You are not currently logged in.
Access JSTOR through your library or other institution:
If You Use a Screen ReaderThis content is available through Read Online (Free) program, which relies on page scans. Since scans are not currently available to screen readers, please contact JSTOR User Support for access. We'll provide a PDF copy for your screen reader.
Effect of Gelling Agent on Growth and Development of Ceratozamia hildae Somatic Embryos
P. A. Moon, Richard E. Litz and Victor M. Chávez
Vol. 70, No. 1 (Jan. - Mar., 2004), pp. 47-53
Stable URL: http://www.jstor.org/stable/27571174
Page Count: 7
You can always find the topics here!Topics: Somatic embryos, Growth and development, Embryos, Developmental stages, Plant cells, Earths Moon, Mortality, Standard error
Were these topics helpful?See somethings inaccurate? Let us know!
Select the topics that are inaccurate.
Since scans are not currently available to screen readers, please contact JSTOR User Support for access. We'll provide a PDF copy for your screen reader.
Preview not available
Individual somatic proembryos of Ceratozamia hildae were exposed to media that differed only in gelling agent utilized. Five different gelling agents were compared in the first experiment: Bacto agar, Agargel, Gel-Gro, Phytagar, and TC agar. In addition, the effect of agar was examined at two levels. Growth, proliferation, and development were assessed. The lower level of agar did not support good somatic proembryo growth. Agargel and the high agar concentration produced cultures with good proliferation. Proembryos exposed to Phytagar, Gel-Gro, and TC agar had the highest proliferation rates. Overall, Gel-Gro was considered the best gelling agent tested. The three concentrations of Gel-Gro used in the second experiment were 2, 4, and 6 g.l-1, with the lowest concentration representing the control, the recommended concentration. As gelling agent concentration increased, so did mortality; however, the highest Gel-Gro concentration also produced the highest numbers of good-quality, mature somatic embryos. Proliferation rate was greatest at the lowest concentration. These results suggest that Ceratozamia cultures should be exposed to different gelling agents or concentrations of gelling agents at different developmental stages in order to produce the greatest number and highest quality of somatic embryos.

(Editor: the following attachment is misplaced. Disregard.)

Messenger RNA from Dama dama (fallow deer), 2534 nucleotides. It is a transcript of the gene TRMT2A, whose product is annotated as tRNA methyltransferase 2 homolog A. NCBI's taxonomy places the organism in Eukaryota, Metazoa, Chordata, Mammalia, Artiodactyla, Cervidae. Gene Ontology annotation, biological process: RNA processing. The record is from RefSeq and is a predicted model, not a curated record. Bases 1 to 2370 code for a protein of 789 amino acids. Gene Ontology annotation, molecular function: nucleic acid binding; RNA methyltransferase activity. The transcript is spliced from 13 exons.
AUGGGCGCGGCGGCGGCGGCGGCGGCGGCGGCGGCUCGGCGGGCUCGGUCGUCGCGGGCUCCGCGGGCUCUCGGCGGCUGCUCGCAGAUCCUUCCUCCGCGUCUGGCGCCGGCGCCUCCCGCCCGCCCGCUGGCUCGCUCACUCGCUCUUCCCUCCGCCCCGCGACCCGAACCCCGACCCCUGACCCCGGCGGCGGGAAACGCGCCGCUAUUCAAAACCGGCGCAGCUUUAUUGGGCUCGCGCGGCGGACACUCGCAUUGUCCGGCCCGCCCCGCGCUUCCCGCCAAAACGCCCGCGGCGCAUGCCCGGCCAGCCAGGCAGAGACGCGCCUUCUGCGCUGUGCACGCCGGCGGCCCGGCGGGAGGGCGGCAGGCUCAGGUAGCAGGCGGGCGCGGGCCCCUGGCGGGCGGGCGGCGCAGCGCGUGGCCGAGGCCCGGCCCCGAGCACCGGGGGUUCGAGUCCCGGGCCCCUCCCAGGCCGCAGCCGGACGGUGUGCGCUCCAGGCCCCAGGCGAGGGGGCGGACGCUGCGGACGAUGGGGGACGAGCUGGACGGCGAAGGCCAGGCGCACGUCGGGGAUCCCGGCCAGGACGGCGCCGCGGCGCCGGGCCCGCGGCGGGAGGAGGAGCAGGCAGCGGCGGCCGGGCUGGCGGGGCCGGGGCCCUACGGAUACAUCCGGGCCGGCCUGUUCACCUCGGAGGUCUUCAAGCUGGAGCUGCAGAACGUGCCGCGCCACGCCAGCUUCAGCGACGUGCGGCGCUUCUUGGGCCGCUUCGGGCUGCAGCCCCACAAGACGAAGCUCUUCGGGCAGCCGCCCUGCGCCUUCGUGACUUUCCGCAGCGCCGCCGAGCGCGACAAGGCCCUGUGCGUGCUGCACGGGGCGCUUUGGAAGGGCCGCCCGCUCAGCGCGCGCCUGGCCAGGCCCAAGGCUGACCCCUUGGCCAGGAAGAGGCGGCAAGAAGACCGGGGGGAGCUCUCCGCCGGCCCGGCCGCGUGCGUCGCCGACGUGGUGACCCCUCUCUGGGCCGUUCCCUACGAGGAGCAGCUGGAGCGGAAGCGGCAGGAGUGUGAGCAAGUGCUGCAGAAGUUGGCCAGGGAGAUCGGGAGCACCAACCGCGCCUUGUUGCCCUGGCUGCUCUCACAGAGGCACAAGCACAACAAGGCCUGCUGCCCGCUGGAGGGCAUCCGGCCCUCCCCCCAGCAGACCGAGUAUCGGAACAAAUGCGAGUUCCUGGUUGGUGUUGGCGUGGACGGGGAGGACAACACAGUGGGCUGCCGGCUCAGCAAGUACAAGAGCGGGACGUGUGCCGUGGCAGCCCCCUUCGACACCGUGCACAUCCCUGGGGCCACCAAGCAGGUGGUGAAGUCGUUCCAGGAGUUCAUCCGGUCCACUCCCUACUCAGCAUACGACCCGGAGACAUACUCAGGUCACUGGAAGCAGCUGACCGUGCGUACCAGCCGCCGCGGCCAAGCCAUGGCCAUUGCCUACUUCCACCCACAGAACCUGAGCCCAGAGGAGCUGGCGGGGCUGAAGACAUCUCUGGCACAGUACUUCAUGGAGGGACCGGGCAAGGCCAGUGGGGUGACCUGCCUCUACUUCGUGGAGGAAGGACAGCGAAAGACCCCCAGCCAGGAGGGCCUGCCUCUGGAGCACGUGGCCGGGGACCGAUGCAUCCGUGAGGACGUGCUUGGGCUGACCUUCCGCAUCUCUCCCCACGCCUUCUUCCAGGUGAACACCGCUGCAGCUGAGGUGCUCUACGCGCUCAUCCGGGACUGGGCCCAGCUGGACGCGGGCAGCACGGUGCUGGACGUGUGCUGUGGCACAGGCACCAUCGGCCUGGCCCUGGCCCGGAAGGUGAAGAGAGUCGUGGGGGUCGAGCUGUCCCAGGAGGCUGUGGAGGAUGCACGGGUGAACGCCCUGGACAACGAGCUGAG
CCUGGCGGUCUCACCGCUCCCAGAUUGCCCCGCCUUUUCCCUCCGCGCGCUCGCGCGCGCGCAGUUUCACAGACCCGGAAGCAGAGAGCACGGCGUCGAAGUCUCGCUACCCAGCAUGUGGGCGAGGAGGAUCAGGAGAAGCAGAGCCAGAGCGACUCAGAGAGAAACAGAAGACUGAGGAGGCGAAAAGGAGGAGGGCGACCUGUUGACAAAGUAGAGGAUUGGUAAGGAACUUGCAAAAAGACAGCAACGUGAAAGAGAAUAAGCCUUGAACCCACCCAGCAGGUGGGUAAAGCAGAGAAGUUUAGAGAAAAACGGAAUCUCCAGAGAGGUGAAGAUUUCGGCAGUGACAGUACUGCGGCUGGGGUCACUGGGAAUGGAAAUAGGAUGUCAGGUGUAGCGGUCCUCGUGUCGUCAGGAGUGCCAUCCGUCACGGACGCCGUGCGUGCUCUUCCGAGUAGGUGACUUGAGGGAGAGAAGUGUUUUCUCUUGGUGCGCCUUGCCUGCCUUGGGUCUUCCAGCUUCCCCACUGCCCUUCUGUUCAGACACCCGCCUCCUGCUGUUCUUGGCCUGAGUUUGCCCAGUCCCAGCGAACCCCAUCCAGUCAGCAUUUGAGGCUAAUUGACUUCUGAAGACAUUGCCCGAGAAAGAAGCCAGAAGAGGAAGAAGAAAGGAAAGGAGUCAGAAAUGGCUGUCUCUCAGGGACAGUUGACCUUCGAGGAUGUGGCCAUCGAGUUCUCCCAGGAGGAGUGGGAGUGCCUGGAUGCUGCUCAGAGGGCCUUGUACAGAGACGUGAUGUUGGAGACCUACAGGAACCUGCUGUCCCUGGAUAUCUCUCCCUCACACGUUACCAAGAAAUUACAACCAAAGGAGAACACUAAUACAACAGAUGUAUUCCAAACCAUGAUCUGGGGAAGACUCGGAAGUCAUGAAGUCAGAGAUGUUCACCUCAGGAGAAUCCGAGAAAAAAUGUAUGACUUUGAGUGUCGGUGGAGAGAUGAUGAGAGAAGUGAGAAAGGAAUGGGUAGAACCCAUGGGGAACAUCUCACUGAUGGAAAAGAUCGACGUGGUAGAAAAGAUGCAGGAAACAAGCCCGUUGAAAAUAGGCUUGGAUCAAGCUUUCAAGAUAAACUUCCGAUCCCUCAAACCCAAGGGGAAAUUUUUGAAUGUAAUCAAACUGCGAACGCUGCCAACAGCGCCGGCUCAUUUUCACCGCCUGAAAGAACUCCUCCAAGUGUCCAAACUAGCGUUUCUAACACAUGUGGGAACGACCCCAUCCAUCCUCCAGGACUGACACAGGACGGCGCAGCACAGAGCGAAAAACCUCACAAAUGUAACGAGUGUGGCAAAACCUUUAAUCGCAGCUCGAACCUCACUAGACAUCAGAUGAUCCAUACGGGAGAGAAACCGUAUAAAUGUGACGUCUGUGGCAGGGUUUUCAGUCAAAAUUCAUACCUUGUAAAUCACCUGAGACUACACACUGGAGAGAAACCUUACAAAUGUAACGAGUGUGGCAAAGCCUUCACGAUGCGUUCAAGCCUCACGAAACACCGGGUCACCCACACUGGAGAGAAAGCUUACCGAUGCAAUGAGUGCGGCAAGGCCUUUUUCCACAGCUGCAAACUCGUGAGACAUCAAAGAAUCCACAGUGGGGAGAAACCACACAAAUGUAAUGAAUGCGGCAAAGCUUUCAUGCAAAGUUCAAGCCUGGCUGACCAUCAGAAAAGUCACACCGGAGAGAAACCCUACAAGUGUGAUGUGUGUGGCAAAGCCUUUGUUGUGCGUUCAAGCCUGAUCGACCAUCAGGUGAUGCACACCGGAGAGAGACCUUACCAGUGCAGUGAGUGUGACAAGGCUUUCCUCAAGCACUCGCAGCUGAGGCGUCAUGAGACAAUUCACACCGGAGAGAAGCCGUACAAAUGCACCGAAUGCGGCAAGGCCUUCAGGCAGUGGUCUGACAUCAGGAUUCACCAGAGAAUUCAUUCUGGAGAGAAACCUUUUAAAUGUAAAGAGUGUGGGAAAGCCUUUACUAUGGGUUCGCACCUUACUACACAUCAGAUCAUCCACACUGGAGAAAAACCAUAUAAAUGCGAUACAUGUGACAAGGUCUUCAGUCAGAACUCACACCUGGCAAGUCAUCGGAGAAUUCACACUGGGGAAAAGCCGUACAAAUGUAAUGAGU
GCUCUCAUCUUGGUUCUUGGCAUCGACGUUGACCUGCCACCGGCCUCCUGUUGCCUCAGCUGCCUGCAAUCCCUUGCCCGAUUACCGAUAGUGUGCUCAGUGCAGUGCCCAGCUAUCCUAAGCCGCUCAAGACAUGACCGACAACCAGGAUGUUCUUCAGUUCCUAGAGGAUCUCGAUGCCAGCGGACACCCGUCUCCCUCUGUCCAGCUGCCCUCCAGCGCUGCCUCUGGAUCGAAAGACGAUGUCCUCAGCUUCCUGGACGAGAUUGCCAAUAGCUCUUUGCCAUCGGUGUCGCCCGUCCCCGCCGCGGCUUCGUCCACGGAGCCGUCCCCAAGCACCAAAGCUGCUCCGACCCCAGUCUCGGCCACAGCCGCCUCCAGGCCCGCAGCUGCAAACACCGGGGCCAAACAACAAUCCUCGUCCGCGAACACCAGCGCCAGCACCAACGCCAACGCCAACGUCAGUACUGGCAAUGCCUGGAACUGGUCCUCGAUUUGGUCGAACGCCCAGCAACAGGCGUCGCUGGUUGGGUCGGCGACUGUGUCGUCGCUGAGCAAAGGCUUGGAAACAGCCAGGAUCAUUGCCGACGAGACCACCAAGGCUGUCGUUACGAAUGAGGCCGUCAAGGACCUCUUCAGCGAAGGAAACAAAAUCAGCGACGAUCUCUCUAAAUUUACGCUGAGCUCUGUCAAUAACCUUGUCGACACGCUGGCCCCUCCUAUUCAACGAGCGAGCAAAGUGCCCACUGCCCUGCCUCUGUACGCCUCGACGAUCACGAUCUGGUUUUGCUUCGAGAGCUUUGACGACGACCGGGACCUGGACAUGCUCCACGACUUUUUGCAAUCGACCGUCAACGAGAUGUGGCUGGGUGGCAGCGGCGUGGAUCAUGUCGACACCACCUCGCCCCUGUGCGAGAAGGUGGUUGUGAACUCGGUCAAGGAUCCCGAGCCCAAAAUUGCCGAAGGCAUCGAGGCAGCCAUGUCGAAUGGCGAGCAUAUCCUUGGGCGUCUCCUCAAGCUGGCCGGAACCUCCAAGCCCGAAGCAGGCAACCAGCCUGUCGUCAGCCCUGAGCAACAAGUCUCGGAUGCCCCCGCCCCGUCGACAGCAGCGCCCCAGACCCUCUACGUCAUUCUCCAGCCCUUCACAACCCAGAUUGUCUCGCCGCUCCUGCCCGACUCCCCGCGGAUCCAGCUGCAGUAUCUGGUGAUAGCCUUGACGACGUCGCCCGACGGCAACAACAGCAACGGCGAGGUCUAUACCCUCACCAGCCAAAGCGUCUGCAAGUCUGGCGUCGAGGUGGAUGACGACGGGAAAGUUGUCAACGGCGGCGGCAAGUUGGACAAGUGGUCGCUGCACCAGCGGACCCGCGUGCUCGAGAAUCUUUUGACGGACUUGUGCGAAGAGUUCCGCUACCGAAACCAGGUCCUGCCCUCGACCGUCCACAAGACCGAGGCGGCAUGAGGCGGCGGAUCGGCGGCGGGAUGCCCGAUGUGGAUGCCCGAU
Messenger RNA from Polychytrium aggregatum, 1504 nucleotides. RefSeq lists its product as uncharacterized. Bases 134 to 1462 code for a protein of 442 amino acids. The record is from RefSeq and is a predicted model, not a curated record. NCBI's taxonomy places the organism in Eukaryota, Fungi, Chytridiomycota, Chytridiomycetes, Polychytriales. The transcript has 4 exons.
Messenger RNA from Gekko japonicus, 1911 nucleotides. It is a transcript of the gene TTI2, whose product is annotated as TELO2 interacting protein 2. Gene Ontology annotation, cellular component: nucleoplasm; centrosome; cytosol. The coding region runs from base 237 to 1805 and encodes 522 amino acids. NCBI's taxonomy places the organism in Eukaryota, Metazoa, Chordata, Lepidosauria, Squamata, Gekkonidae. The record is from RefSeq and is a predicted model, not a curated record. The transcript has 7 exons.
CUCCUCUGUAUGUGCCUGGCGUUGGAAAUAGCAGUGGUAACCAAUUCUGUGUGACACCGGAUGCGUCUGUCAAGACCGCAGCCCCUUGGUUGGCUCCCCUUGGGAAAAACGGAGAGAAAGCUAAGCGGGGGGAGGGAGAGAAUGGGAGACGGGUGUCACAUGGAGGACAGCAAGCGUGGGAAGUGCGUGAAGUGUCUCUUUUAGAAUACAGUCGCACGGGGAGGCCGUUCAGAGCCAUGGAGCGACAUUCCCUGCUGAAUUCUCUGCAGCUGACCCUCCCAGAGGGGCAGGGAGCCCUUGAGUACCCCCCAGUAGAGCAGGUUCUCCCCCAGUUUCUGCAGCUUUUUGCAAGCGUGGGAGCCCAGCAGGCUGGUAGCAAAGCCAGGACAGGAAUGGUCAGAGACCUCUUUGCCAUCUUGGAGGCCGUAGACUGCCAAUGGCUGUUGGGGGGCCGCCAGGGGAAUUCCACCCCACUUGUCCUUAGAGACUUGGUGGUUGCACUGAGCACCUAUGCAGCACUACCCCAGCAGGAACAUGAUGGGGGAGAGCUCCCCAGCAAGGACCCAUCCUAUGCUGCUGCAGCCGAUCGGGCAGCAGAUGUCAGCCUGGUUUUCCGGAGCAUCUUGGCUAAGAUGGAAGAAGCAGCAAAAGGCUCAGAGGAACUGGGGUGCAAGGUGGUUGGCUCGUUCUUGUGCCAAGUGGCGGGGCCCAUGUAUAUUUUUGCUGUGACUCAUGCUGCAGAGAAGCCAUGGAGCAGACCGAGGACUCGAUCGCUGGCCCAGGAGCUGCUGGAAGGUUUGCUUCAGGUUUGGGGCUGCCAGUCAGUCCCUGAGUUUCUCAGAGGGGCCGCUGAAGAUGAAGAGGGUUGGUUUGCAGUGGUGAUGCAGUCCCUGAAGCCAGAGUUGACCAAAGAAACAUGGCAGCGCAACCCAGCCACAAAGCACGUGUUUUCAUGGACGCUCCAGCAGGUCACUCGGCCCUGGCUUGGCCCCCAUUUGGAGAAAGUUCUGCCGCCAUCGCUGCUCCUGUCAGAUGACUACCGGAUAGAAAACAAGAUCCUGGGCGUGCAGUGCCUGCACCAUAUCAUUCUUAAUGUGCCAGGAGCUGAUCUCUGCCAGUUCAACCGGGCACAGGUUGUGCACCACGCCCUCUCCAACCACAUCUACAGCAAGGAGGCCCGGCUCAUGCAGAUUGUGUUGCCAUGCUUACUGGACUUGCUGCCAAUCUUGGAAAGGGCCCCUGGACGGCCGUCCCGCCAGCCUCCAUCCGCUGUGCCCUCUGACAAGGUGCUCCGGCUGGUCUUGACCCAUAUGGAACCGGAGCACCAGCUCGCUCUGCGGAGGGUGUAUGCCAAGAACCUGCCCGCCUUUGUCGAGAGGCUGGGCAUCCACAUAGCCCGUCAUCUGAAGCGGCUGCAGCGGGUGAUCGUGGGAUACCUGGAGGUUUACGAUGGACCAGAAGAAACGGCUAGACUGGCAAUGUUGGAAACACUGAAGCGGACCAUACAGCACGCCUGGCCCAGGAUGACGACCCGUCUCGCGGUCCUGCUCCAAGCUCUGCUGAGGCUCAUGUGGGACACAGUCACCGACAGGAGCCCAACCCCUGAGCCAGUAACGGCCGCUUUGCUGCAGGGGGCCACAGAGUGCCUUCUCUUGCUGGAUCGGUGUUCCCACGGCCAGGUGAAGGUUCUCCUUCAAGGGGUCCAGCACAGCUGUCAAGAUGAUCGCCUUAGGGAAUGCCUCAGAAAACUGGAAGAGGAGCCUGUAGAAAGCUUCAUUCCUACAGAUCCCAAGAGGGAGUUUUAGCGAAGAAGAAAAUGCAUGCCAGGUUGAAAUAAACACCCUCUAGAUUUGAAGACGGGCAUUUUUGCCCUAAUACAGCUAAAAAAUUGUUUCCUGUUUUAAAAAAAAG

Botanical Review © 2004 New York Botanical Garden Press